The hip is a notoriously troublesome joint, and we see a lot of patients with hip problems. They can cause low back discomfort or knee pain, and the hip joint plays an important role in our daily life, from walking to jogging to moving upstairs, as well as rotational sports. If you experience hip discomfort, you are most likely suffering from femoroacetabular impingement, or FAI. This is a long, intimidating word for an illness that, in most cases, can be treated conservatively. The parts below explain what the problem is, how we assess it, and what treatment choices are available. If you'd like to learn more about this from a third-party source, follow the link below.
Femoroacetabular impingement (FAI) results from an abnormal articulation between the femoral head and the pelvis or the acetabular rim. It is classified as bony or morphological changes in either the femoral head and/or the acetabular rim from either repetitive injury or degeneration of the soft tissue in the area such as the labrum and articular cartilage.
This bony growth we refer to as wolf’s law, which states bone grows in response to stress due to adaption and protection. This is an excellent protective measure the body uses to protect hard tissue but can cause biomechanical restriction we want to avoid. We typically see this with males age 20-50 with painful motions of the hip being flexion, adduction, and internal rotation. This can be withstanding, walking uphill, sitting, or jumping, but also, we see this at the end of the swinging motions or the deceleration phase of both golf and tennis players. Other activities that may provoke this include getting out of a car or swimming breast-stroke.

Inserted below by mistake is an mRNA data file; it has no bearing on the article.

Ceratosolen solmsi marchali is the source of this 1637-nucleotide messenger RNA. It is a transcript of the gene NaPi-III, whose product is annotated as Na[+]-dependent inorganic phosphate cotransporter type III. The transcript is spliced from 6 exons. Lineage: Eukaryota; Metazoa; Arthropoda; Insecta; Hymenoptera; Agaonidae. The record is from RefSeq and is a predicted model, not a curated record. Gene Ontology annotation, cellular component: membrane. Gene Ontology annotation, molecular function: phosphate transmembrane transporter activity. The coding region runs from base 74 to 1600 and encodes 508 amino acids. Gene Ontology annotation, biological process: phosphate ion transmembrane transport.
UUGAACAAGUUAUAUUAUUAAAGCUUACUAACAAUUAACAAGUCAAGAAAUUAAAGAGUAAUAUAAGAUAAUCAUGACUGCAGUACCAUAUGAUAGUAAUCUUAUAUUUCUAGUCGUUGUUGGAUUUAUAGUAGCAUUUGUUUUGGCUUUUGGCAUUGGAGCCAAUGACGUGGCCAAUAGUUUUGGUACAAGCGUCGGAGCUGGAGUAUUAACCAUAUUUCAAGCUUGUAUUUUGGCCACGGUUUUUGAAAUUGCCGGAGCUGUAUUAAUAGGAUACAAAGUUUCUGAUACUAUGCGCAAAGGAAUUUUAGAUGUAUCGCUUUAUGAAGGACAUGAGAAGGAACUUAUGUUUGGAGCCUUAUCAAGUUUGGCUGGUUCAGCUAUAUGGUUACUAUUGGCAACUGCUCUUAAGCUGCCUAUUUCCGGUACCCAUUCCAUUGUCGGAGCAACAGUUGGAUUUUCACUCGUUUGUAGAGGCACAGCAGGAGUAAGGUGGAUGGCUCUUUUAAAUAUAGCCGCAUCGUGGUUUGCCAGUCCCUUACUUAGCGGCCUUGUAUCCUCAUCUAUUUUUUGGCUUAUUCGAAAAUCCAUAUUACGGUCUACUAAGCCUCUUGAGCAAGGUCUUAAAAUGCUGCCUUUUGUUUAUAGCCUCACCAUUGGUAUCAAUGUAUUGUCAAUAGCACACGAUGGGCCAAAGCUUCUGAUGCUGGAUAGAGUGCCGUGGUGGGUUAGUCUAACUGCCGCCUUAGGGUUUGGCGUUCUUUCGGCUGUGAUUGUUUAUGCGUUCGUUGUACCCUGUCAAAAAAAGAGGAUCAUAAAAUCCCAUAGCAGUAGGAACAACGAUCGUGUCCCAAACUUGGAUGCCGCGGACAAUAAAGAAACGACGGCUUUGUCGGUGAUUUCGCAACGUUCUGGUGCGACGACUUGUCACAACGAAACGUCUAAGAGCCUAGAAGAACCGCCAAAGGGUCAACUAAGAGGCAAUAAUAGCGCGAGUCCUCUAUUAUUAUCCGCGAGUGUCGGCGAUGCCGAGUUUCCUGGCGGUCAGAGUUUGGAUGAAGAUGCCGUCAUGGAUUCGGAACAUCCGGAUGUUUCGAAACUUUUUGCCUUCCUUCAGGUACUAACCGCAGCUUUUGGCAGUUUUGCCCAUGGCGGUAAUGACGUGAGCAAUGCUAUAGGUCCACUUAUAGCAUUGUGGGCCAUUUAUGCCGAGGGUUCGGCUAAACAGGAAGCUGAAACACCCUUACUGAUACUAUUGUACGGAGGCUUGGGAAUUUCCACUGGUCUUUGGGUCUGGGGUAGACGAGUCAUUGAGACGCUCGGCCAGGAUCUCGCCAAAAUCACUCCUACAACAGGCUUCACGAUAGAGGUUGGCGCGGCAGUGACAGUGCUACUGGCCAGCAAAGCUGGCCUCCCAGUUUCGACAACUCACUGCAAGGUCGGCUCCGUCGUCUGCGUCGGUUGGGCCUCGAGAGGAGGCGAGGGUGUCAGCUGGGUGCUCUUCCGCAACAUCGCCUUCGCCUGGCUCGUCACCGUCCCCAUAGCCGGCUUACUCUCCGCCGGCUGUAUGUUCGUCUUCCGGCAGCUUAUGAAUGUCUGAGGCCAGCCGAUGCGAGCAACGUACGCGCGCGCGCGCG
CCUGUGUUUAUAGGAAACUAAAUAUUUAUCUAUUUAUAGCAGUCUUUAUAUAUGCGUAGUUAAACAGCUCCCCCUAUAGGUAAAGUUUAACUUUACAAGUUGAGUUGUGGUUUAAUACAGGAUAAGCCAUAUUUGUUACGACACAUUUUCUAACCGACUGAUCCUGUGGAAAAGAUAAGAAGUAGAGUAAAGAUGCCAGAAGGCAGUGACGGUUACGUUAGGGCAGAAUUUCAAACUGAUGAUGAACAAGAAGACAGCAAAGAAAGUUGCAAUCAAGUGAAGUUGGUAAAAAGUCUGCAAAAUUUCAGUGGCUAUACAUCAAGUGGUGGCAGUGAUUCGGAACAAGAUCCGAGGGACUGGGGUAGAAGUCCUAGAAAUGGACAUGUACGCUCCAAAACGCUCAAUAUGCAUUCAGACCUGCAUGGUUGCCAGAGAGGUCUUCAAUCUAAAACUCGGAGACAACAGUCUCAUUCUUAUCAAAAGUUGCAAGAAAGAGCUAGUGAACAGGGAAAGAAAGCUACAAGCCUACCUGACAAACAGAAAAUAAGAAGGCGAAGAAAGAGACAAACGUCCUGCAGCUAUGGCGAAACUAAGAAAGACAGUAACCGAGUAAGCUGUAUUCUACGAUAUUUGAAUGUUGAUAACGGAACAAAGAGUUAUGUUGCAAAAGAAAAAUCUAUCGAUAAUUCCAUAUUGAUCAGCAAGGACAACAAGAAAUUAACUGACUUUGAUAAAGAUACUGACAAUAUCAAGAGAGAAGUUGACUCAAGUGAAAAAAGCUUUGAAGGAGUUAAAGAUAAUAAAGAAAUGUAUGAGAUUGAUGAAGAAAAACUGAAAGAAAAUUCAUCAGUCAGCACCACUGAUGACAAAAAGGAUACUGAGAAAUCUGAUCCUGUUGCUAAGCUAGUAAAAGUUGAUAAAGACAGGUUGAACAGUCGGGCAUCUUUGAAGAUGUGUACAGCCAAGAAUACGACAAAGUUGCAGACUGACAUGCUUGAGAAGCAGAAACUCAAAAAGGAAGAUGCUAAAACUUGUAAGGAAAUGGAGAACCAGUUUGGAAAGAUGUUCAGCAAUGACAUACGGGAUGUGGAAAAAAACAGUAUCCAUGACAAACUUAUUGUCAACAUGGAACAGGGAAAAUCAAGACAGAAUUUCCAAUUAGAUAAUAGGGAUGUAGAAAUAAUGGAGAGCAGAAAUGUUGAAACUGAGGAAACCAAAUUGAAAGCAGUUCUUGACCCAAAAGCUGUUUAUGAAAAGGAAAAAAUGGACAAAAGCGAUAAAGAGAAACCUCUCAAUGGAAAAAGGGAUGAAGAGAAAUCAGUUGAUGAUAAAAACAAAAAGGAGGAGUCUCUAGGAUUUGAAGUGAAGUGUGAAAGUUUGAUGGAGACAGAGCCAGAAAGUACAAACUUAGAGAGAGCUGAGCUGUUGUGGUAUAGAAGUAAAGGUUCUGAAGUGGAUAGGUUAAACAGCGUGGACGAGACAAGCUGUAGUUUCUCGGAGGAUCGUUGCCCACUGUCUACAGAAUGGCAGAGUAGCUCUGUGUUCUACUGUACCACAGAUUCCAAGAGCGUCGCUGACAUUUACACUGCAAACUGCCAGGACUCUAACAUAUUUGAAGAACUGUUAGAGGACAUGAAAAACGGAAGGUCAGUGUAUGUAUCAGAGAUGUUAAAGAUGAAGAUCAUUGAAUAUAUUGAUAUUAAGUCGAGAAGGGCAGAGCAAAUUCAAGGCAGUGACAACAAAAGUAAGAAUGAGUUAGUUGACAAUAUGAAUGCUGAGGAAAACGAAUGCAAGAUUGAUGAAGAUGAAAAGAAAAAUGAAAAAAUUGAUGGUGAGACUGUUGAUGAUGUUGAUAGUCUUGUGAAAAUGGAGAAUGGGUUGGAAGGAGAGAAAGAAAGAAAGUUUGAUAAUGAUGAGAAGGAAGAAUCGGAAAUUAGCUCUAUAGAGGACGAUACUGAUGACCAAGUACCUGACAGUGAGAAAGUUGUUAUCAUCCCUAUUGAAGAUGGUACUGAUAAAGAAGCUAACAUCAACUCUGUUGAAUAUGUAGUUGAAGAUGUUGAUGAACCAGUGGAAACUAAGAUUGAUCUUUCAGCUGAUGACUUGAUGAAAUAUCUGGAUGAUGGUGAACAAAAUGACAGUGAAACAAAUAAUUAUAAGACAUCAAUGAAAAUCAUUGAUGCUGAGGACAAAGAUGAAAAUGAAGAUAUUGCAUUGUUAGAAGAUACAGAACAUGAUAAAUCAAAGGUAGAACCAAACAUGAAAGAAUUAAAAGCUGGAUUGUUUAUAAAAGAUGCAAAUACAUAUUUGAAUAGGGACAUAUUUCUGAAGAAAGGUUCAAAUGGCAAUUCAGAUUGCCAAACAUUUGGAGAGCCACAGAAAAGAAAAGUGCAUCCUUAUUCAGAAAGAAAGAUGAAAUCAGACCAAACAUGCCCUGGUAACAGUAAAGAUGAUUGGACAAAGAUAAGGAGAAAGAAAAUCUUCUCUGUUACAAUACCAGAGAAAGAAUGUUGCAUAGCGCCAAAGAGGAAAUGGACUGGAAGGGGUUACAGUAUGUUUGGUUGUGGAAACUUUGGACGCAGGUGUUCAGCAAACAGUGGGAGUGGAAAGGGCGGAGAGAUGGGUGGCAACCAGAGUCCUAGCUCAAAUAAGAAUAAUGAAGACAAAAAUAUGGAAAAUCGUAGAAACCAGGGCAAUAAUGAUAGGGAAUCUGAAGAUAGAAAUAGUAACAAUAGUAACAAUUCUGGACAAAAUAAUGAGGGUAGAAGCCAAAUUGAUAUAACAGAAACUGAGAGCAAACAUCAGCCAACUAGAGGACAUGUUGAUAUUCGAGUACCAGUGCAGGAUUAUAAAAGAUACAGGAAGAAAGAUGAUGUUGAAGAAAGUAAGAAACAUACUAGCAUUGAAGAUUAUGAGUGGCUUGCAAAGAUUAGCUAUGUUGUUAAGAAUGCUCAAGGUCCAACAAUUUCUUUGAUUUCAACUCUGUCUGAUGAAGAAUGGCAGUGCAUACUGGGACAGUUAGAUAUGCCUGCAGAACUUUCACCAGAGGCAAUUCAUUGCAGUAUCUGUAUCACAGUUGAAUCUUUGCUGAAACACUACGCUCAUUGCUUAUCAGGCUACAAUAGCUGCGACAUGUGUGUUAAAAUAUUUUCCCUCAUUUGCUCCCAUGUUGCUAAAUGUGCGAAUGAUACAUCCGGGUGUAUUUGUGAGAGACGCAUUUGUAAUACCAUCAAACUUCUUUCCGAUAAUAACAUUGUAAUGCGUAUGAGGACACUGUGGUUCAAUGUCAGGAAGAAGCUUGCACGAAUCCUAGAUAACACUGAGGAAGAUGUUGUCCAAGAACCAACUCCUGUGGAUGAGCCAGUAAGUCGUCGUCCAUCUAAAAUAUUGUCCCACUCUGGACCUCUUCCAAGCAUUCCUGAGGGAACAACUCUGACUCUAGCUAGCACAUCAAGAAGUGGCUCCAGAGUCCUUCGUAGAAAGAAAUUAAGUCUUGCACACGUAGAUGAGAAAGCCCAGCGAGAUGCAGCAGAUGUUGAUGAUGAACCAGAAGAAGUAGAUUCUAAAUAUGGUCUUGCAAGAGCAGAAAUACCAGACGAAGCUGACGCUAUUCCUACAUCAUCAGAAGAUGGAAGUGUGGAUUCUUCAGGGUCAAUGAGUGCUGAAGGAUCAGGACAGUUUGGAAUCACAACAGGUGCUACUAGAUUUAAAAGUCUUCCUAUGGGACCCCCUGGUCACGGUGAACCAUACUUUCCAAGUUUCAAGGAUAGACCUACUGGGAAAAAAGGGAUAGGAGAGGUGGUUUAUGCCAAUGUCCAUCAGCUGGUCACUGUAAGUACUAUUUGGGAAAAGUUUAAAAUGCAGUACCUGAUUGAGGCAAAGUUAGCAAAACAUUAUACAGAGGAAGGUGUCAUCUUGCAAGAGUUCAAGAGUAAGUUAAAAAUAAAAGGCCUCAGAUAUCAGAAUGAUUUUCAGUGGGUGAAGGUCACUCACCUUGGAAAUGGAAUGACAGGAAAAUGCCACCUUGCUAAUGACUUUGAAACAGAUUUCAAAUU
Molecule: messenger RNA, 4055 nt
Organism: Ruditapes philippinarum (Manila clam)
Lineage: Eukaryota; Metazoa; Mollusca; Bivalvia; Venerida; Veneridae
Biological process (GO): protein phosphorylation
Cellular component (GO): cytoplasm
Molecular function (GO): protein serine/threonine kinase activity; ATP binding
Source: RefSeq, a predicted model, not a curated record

People who walk with a toe out or retroverted hips are predispositioned to this condition because they lack internal rotation of the femur and repetitively run into the joint motion barrier until pain occurs. The pain typically is dull and achy unless aggravated it could present as sharp, and these patients tend to have hip flexor tightness with reported catching or locking in the hip associated with a snapping sound with the hip in a neutral position (not extended in the case of a psoas tendon snapping noise) in internal or external rotation.